Last November, the DC Department of Health (DOH) launched the Rubber Revolution website. According to the site:
We want condoms in the hands of the men and women of DC to use for responsible and good sex.
Really? If condom distribution is working so well in DC, why have rates of HIV infection and sexually transmitted disease infection been increasing? Certainly not because there have not been enough condoms distributed.
Condom distribution in the District increased from 600,0000 in 2007 to 3.2 million in 2009. Yet at the same time, the rate of HIV infection increased by 9.2 per cent. So it appears that there is a correlation between more condoms being distributed and higher HIV infection rates. Ed Green found the same effect in his research in Africa; using condoms seems to give a false sense of security. Countries with the highest rate of condom use also have the highest rates of HIV infection. Botswana, Zimbabwe, and South Africa have the highest rate of condom distribution, and also the highest rate of HIV infection (20 percent to 35 percent among males ages 15 to 49)
Although 42 percent of DC high school students report never having had sex, and 69 percent have not had sex within the previous three months, the District does not spend any money to increase the number of youth who are abstaining from sex.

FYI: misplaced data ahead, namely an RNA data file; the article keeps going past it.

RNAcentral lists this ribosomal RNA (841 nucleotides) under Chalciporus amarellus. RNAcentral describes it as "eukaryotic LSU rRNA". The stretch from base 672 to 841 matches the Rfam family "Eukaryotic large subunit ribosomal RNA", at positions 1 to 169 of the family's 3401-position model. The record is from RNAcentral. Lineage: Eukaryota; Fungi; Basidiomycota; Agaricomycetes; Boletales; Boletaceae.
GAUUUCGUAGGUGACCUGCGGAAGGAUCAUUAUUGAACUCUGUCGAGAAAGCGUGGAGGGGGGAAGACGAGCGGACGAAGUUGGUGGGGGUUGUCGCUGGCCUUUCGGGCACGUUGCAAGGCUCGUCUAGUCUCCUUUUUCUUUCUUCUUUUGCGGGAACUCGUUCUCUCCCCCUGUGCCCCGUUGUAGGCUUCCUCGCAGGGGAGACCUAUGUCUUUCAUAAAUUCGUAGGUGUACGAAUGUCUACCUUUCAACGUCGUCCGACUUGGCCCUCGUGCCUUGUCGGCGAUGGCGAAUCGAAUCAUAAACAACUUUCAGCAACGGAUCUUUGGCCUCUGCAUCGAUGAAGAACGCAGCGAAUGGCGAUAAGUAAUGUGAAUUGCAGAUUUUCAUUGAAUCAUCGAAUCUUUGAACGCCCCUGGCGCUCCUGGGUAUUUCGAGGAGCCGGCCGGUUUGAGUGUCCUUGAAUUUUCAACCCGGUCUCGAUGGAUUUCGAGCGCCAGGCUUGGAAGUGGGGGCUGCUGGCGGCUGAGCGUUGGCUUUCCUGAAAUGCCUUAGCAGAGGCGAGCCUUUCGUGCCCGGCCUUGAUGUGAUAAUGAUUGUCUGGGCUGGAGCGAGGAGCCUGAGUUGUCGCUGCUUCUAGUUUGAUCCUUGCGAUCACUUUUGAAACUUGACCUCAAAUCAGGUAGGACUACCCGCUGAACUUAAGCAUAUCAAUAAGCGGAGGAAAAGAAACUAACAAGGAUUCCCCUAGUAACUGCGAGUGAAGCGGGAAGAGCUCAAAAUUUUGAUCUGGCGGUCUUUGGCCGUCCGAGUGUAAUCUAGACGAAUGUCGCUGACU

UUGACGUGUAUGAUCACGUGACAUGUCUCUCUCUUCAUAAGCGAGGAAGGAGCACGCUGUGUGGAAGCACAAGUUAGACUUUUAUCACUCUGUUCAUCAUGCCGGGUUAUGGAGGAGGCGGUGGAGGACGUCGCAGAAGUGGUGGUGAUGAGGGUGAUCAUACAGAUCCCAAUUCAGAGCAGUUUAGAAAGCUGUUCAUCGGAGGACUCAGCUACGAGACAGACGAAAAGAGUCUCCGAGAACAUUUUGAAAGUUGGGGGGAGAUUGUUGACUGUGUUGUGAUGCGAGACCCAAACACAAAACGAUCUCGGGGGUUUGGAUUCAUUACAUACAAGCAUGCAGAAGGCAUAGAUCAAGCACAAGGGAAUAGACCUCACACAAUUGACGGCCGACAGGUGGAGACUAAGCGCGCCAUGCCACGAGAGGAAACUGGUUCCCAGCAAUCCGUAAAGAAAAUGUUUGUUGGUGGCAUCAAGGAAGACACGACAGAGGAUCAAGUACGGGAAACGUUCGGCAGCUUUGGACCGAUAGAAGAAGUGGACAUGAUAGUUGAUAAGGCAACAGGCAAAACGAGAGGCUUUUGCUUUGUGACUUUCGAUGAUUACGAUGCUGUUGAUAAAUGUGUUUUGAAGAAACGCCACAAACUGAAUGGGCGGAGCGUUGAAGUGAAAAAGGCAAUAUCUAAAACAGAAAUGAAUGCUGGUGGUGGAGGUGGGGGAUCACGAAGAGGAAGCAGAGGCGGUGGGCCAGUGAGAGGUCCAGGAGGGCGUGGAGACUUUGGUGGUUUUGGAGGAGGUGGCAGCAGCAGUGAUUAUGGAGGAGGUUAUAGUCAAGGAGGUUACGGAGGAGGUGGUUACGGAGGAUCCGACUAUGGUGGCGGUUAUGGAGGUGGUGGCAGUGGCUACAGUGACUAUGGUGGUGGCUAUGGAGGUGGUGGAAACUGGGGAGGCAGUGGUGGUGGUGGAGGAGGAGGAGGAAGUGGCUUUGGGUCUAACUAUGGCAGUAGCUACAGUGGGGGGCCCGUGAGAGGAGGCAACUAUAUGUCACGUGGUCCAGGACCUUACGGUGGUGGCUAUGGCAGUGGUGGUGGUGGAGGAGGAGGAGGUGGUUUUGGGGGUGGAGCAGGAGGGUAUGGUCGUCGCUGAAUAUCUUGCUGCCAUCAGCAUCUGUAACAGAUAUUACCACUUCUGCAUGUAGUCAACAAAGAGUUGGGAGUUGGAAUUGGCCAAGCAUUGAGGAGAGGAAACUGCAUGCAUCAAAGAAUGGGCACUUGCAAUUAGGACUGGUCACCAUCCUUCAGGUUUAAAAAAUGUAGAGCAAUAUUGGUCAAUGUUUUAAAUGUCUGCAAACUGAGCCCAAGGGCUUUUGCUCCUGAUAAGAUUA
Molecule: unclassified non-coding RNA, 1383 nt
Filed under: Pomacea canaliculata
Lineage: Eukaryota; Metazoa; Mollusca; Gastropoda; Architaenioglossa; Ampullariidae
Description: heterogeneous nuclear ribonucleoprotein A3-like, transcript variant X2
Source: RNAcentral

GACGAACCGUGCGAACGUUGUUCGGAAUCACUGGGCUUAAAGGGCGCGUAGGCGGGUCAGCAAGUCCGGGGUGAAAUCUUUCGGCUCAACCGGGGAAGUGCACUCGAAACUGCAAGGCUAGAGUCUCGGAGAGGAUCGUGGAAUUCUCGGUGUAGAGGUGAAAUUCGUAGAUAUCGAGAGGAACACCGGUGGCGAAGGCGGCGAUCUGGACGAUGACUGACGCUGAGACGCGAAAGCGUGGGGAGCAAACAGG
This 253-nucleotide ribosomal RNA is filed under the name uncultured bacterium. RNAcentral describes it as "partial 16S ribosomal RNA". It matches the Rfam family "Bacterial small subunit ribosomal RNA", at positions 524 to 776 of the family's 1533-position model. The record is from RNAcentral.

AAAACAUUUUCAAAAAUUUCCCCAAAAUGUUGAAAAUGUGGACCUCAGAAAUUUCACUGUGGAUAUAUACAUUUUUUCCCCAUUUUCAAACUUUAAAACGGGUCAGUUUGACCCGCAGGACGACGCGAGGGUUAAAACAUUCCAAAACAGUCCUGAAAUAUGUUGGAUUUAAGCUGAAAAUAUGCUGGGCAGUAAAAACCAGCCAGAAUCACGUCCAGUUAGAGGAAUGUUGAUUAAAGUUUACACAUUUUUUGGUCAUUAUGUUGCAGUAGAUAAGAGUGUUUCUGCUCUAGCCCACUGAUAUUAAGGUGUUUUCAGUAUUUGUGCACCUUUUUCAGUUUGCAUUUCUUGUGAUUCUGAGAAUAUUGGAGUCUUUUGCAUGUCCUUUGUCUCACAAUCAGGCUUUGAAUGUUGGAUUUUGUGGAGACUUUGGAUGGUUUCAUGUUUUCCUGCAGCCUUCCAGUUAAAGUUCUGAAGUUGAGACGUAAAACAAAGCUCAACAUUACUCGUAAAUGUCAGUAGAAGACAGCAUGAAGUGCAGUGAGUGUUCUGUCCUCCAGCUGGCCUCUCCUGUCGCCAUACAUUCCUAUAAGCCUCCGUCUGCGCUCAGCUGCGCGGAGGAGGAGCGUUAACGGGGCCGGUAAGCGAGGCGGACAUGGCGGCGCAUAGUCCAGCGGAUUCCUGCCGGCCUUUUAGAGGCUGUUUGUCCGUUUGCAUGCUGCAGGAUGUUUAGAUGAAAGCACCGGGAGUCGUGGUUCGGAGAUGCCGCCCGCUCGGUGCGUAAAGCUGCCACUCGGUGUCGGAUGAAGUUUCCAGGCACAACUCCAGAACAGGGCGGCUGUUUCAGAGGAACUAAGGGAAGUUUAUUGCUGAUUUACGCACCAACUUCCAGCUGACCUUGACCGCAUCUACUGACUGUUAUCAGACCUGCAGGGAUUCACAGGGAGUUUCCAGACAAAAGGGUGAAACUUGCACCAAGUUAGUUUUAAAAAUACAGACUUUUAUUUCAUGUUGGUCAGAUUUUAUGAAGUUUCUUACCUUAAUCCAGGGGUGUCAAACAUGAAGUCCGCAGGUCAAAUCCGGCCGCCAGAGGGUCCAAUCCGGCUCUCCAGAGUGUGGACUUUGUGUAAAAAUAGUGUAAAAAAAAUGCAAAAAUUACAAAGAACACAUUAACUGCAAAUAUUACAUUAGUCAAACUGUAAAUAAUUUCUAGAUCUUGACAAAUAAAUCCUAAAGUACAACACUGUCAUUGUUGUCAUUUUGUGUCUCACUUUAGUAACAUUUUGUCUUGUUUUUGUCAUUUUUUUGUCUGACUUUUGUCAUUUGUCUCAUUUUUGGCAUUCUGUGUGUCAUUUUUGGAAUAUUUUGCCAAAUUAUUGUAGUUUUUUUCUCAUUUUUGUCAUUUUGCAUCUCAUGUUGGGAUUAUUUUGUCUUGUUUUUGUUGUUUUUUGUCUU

The vision of ULTRA Teen Choice is that
Every DC youth from upper elementary through high school will receive education about the benefits of abstinence, and will have the opportunity to hear from peers who believe in abstinence.
Accountability relationships, in person or through others means, will be set up between older youth or adults of the same sex who believe in abstinence:
Middle school youth will be STAR (Students Teaching Abstinence & Responsibility) Guides for upper elementary.
High school youth will be STAR Guides for Middle School.
College Youth will be STAR Guides for High School.
This will greatly reduce the rate of HIV, STDs, out of wedlock births, and heartbreak.
A condom-centric approach to stopping HIV and STD infection in DC has been a dismal failure. It is time to form a youth HIV Prevention Corps that leverages the immense resource of youth who are abstinent or who have returned to abstinence. Why are we wasting more of taxpayers hard earned money funding programs that continue to promote the same old failed methods?